Like I said, next-generation sequencing was just getting off the ground in labs. And really, the only lab at that time that was doing it, this was about 2012, was Lynn Jorde's lab. It's like, "Yes, I need to get in on that action," and I did. When I got into the program, I did one rotation, which is like two less than you should be doing, and yeah.

Dr. Chan: First of all, when they accepted you at the MD-Ph.D. program, did they go back and help pay for the first year of med school?

Jonathan: No. You're on the hook for that.

Dr. Chan: Oh, snap. All right.

Jonathan: For those who don't know, when you join the MD-Ph.D. program, they do pay for all your school first year, second year, third year, fourth year. On top of that, you get a stipend and then they pay for your Ph.D. education. So it's not a bad deal, but I was on the hook for those first two years and still am.

Dr. Chan: When you got in, did you have this goal in mind like, "I'm going to get my Ph.D. in three years or five years"? What did you tell yourself?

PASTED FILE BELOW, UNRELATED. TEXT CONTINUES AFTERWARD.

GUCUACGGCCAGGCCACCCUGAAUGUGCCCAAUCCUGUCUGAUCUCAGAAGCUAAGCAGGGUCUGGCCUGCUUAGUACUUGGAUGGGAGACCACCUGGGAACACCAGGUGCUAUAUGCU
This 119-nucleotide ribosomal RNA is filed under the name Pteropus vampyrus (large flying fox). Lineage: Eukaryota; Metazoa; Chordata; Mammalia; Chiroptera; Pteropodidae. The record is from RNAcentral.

Jonathan: It's so hard. Ph.D. is funny like that. With medical school, it's so structured and you know exactly . . . not exactly what's expected, but you know generally what the timetable is looking like. In Ph.D. that is so not the case. It is a learning . . . Actually, it took me a lot of learning to be able to handle this, I guess, but I'm thinking I'm getting out in three, four years. I got out at five.

You can work your butt off so hard sometimes in Ph.D. and the results sometimes just don't come and then . . . I kind of ran into that. I didn't really link sink my teeth into a really good finding until about two and a half years into it really. And then it was off to the races. But, yeah, it's just kind of one of those things that will . . . It will manifest itself in a lot different ways.

Dr. Chan: What's the name of your thesis or your project? If you can explain it to the common folk.

Jonathan: It's been a while since I've given the spiel, so let's see if I can do this. So the title was "Serving The Genetic Risk Landscape of Amyotrophic Lateral Sclerosis In the Age Next-Generation Sequencing." Yeah.

Dr. Chan: So did I hear ALS in that?

Jonathan: So, yes. You heard ALS.

Dr. Chan: Lou Gehrig's Disease.